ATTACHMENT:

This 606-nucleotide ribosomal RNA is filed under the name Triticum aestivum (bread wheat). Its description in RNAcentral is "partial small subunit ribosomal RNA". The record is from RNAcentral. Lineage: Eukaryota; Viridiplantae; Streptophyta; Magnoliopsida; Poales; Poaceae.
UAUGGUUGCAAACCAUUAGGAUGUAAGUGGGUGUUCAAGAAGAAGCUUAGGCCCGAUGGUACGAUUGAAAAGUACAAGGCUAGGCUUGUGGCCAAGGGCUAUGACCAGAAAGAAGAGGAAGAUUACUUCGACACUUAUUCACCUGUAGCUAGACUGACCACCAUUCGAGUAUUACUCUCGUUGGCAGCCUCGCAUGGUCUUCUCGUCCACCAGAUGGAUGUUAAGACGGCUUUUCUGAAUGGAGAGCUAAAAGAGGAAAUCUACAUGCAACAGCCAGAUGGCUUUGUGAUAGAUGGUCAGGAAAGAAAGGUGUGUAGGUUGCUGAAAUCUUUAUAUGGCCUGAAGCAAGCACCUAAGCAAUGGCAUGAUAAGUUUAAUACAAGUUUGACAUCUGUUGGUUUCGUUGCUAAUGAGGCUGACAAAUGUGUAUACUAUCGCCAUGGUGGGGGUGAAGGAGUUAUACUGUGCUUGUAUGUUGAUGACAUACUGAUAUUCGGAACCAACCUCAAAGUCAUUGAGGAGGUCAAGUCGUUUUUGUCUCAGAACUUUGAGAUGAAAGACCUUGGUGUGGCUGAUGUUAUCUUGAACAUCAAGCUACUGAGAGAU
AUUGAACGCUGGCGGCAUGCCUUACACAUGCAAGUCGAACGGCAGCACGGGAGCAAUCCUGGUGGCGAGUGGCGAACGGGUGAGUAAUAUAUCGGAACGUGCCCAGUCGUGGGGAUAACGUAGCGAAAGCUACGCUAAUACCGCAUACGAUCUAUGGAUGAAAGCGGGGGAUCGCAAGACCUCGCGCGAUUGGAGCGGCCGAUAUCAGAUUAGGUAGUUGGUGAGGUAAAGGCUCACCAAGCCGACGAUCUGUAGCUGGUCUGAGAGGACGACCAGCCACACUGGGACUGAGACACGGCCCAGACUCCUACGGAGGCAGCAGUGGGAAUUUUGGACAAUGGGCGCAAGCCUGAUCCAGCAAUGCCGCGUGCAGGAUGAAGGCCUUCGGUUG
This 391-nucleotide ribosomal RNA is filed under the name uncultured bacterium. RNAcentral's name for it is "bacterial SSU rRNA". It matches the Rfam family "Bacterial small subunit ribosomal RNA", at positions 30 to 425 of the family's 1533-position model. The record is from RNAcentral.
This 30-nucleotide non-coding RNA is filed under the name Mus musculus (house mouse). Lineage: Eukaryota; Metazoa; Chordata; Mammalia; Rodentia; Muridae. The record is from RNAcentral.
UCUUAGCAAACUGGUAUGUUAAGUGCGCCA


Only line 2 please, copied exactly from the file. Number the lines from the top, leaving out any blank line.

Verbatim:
UAUGGUUGCAAACCAUUAGGAUGUAAGUGGGUGUUCAAGAAGAAGCUUAGGCCCGAUGGUACGAUUGAAAAGUACAAGGCUAGGCUUGUGGCCAAGGGCUAUGACCAGAAAGAAGAGGAAGAUUACUUCGACACUUAUUCACCUGUAGCUAGACUGACCACCAUUCGAGUAUUACUCUCGUUGGCAGCCUCGCAUGGUCUUCUCGUCCACCAGAUGGAUGUUAAGACGGCUUUUCUGAAUGGAGAGCUAAAAGAGGAAAUCUACAUGCAACAGCCAGAUGGCUUUGUGAUAGAUGGUCAGGAAAGAAAGGUGUGUAGGUUGCUGAAAUCUUUAUAUGGCCUGAAGCAAGCACCUAAGCAAUGGCAUGAUAAGUUUAAUACAAGUUUGACAUCUGUUGGUUUCGUUGCUAAUGAGGCUGACAAAUGUGUAUACUAUCGCCAUGGUGGGGGUGAAGGAGUUAUACUGUGCUUGUAUGUUGAUGACAUACUGAUAUUCGGAACCAACCUCAAAGUCAUUGAGGAGGUCAAGUCGUUUUUGUCUCAGAACUUUGAGAUGAAAGACCUUGGUGUGGCUGAUGUUAUCUUGAACAUCAAGCUACUGAGAGAU